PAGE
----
Anxiety, adrenaline and automation

I am delighted to introduce a guest blog by Kevin Rodgers, formerly global head of foreign exchange at Deutsche Bank, with an impressive career in trading. Kevin is also the author of a great new book which charts the major changes in investment banking ‘Why aren’t they shouting?’, not to mention a pretty good opera singer.

Mark Fenton-O’Creevy

kevinRodgersMy first anxiety dreams came to me within a couple of weeks of starting my career on a trading floor and were about an almost laughably trivial worry – whether I could operate the bank’s pricing software. It was 1990, I was at Merrill Lynch and, fresh out of business school, my job as a junior options trader in the bank’s Foreign Exchange (FX) trading team meant making prices using a tool called FENICS. Replete with knowledge gleaned from business school finance classes, I understood what I was doing but the physical task of typing in the pricing parameters was rather tricky: I was often doing so one-handed (while cradling a phone with the other), and always under time pressure in a ringing cacophony of noise. My dreams took an increasingly familiar pattern: I had an important price to make; the market was moving but I simply couldn’t type the numbers into the right places on the screen; the client’s sales contact was shouting at me to hurry up with increasing urgency and volume. Then I’d wake up with a sudden start in the darkness. Continue reading “Anxiety, adrenaline and automation”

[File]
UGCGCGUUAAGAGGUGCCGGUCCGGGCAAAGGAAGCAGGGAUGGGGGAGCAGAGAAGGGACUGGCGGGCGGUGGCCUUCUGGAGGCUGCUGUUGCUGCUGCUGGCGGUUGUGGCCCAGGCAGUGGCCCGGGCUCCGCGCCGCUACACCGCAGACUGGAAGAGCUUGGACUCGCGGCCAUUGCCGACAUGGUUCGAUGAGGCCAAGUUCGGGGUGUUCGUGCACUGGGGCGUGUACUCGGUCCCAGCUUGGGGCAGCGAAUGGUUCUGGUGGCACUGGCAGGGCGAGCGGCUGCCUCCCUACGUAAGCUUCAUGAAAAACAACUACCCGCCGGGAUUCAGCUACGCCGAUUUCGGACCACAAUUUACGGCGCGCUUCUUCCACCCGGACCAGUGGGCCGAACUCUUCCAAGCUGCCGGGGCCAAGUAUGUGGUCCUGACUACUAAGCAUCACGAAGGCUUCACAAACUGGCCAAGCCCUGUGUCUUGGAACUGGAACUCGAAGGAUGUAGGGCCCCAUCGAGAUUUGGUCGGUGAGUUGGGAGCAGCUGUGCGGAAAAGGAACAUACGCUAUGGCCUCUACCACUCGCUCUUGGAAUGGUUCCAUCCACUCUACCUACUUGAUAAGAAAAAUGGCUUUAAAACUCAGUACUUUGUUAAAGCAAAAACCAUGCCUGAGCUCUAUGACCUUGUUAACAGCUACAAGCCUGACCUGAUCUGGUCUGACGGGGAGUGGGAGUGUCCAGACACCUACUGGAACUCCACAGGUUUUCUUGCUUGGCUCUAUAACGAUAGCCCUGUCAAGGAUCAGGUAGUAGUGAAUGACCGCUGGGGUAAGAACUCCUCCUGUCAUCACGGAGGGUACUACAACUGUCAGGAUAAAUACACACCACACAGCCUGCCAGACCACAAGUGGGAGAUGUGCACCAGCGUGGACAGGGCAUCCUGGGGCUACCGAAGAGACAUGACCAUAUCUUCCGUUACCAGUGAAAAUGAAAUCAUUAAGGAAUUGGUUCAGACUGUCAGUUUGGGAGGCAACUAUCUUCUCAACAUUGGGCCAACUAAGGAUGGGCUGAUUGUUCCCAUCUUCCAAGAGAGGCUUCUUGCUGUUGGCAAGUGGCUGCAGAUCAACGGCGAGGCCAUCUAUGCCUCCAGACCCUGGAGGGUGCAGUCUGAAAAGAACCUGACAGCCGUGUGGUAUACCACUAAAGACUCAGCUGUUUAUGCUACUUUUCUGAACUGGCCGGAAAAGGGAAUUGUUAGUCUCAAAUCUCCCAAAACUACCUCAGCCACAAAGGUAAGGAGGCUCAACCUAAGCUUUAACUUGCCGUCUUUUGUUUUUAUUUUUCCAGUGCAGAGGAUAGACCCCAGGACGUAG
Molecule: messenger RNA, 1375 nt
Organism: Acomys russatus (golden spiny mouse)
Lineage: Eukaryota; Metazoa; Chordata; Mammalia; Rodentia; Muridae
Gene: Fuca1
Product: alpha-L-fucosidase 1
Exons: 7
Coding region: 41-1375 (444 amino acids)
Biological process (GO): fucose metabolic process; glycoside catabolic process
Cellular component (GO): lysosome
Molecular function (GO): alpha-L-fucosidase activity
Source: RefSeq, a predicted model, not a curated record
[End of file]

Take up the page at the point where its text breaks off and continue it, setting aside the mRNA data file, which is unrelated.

‘The heart has its reasons’: emotions and cognition in the world of finance

Let’s call him James, a trader in a City investment bank; young, smartly dressed, confident, and a little impatient. He sat across from me in the interview:

It’s really important to stay cool. For myself, I can say that I really don’t have much emotion while I trade”.

Half an hour later, as he relaxed a little, the façade had started to crack:

Actually the pressure can be horrendous, a trade goes badly wrong, you are staring into black hole, frozen, knowing you should get out but just hoping the market will turn . . I rushed off the desk and threw up in the toilet – I was terrified”.

Continue reading “‘The heart has its reasons’: emotions and cognition in the world of finance”

On fund-managers, rats and hermit crabs: reversion to familiar habits under stress

Hermit crabs rely on acquiring discarded shells for their protection and are constantly on the look-out for better shells. However, faced with environmental stress they prefer to stick with their old shell, however unsuitable, than risk moving to a new … Continue reading On fund-managers, rats and hermit crabs: reversion to familiar habits under stress